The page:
Bright left the New Statesman in January 2009, and began writing a blog, "The Bright Stuff – Dispatches from Enemy Territory," for The Spectator.

In January 2009, Bright formed New Deal of the Mind, a coalition of artists, entrepreneurs, academics and opinion formers working to boost employment in Britain's creative sector during the recession. The organisation was launched formally at Number 11 Downing Street on 24 March 2009. The launch seminar was attended by more than 60 of Britain's leading creative industry figures, as well as several ministers and politicians from across the political spectrum.[citation needed]

In September 2009, Bright joined The Jewish Chronicle as political editor. He left the publication in March 2013,[4] but returned as a columnist, remaining until January, 2014.[5]

In January, 2014, he took a position at the Tony Blair Faith Foundation as editor of a new website on religion and globalisation produced in conjunction with the Harvard Divinity School.[5][6] He resigned after five months, feeling Blair did not give him the autonomy he needed.[7]

Marriage and family[edit]

Bright is married to Vanessa Thorpe, the arts correspondent of The Observer; the couple have two children.


  • He was presenter of Channel 4's 30 Minutes documentary, Who Speaks For Muslims? (2002), about the Muslim community in the United Kingdom. The Muslim Council of Britain sent a letter to Channel 4 protesting what it described as several errors in the documentary, as well as a generally negative tone suggesting it supported radical Islam.[8]
  • Bright wrote When Progressives Treat with Reactionaries: The British State's flirtation with radical Islamism (2006), a report exploring British state funding of political Islam and Foreign Office overtures to radical groups.[9] It was published by Policy Exchange, which Bright described as a centre-right thinktank.[10]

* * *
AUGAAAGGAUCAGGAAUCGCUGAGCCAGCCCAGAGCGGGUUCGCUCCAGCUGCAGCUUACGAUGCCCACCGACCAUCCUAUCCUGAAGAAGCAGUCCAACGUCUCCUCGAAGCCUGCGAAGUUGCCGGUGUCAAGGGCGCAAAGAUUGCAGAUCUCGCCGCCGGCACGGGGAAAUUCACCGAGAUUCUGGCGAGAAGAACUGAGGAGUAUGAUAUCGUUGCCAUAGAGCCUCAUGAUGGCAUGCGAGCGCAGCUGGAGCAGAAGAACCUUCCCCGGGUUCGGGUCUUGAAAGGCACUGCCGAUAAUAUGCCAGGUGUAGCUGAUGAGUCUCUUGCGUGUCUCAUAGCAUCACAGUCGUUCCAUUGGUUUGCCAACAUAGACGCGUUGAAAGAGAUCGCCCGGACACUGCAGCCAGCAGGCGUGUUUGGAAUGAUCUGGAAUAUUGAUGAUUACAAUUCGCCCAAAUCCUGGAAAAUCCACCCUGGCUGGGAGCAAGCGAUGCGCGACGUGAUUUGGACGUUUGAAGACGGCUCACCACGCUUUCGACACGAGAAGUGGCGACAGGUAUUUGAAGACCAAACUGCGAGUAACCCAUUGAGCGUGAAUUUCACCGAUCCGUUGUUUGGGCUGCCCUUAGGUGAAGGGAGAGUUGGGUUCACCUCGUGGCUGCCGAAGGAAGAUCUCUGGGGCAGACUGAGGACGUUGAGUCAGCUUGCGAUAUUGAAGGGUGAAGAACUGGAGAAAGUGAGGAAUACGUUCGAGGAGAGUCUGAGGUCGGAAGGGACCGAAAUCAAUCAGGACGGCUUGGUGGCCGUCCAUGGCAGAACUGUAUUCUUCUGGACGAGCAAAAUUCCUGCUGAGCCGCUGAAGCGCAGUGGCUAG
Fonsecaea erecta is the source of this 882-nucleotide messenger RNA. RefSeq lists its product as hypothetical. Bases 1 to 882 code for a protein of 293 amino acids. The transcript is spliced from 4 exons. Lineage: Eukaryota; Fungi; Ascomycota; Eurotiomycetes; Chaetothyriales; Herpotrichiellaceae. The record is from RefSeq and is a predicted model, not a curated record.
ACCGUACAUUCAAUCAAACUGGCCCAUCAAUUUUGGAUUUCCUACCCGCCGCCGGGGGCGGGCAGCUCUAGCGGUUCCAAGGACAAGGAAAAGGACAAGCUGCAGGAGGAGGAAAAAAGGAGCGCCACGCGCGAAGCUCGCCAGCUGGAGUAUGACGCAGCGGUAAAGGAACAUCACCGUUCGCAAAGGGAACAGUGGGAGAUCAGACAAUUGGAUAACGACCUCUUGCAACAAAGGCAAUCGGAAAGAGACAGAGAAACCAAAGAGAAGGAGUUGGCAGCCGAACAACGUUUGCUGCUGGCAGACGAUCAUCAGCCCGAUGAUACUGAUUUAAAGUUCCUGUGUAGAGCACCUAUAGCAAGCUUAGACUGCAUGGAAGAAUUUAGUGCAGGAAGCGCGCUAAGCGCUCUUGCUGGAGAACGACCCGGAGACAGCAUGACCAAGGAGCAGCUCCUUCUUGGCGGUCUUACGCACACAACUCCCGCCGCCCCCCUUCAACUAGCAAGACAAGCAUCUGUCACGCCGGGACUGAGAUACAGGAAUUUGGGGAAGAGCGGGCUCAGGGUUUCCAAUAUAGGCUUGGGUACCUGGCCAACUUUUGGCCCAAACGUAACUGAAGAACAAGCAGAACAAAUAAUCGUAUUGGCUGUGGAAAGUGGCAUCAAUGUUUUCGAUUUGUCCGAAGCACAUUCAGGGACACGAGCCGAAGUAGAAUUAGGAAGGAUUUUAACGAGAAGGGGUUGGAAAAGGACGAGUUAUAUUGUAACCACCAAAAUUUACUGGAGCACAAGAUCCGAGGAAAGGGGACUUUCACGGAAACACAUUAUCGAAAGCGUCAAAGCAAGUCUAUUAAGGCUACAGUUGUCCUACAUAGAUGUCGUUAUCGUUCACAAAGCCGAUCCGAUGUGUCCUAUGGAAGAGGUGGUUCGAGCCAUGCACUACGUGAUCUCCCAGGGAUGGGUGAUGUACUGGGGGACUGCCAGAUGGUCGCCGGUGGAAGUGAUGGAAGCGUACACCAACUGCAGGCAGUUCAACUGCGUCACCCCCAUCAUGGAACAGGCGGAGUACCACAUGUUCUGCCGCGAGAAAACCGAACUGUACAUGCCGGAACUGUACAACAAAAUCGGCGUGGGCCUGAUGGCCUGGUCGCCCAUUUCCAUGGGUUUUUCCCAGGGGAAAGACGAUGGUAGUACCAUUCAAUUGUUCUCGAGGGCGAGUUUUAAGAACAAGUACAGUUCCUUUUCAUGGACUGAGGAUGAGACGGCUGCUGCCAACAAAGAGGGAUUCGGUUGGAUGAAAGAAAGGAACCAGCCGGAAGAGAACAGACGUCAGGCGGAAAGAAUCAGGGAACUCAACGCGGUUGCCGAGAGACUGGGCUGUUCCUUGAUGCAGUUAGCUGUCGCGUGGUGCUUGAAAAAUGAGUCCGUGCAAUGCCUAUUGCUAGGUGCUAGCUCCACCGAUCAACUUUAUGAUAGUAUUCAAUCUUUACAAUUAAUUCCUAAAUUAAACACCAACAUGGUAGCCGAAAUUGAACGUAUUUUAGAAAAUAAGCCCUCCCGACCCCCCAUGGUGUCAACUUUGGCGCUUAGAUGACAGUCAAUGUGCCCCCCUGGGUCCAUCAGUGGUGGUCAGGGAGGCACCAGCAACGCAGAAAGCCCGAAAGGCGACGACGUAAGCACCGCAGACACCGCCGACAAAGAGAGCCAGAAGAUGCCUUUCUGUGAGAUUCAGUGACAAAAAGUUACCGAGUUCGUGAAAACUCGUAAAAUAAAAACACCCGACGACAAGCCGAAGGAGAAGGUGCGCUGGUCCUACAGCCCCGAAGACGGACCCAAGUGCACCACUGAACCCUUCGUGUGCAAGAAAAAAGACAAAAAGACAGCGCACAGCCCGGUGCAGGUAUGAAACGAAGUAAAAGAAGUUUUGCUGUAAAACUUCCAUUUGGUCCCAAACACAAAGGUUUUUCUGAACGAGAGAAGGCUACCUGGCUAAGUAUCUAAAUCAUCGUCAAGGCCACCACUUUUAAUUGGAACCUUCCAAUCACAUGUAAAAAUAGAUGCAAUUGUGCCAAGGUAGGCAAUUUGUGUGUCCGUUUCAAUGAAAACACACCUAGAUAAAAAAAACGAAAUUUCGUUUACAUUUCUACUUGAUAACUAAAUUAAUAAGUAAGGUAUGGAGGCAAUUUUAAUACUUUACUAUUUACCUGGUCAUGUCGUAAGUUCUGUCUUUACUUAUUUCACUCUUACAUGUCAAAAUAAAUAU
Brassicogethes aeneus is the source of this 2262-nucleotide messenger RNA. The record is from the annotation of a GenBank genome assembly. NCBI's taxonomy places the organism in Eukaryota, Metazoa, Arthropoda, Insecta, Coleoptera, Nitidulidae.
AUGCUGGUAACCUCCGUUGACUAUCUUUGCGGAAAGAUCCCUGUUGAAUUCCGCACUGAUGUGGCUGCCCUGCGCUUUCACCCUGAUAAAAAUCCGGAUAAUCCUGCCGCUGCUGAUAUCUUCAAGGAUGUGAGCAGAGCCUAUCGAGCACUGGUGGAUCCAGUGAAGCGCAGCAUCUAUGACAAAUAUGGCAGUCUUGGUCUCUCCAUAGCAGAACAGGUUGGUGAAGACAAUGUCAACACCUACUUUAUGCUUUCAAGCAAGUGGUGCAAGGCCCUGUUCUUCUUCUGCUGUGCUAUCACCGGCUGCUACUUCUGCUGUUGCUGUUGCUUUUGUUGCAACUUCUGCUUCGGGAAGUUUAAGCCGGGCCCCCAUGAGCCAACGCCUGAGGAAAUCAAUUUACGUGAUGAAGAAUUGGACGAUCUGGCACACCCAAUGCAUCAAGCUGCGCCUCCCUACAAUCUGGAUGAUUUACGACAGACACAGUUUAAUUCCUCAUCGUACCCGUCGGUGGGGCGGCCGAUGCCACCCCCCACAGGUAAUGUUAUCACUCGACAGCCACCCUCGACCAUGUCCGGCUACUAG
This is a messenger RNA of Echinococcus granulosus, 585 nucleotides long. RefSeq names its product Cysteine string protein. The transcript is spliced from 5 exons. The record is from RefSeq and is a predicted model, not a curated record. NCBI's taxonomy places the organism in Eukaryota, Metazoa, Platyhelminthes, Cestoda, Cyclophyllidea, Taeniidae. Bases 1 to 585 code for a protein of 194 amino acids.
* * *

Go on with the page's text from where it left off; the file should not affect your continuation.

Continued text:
• Martin presented the documentary Vanished: the Surrey Schoolgirl about an unsolved missing person case he reported on in the mid-1990s.[11]

Legacy and honours[edit]


  1. ^ a b c d e f g Martin Bright, Special Report: "The Great Koran Con Trick", The New Statesman, 10 December 2001
  2. ^ "".
  3. ^ Letters,New Statesman, 17 December 2001, p.61
  4. ^ Martin Bright (7 March 2013). "Farewell from a front-row seat at impressive displays of solidarity". Jewish Chronicle. Retrieved 2 January 2014.
  5. ^ a b Martin Bright (30 January 2014). "Working for the JC has changed the way I think". Jewish Chronicle. Retrieved 3 February 2014.
  6. ^ Martin Bright (24 January 2014). "Finding nuance in religious debate? I've got quite a job". Jewish Chronicle. Retrieved 3 February 2014.
  7. ^ Rowena Mason (3 August 2014). "Tony Blair lambasted by former employee over role in own charity". The Guardian. Retrieved 10 August 2014.
  8. ^ Letter of 21 March 2002 to Channel 4 TV, on Who Speaks for Muslims?, Muslim Council of Britain, accessed 6 March 2013
  9. ^ Martin Bright, When Progressives Treat with Reactionaries Archived 16 July 2011 at the Wayback Machine, Policy Exchange, 2006
  10. ^ Martin Bright, "Right showing left the way on radical Islam", The Observer, 29 July 2013, accessed 6 March 2013
  11. ^ Bright, Martin (29 April 2018). "Ruth Wilson, the schoolgirl who caught a cab to oblivion". The Guardian. Retrieved 15 August 2020.

External links[edit]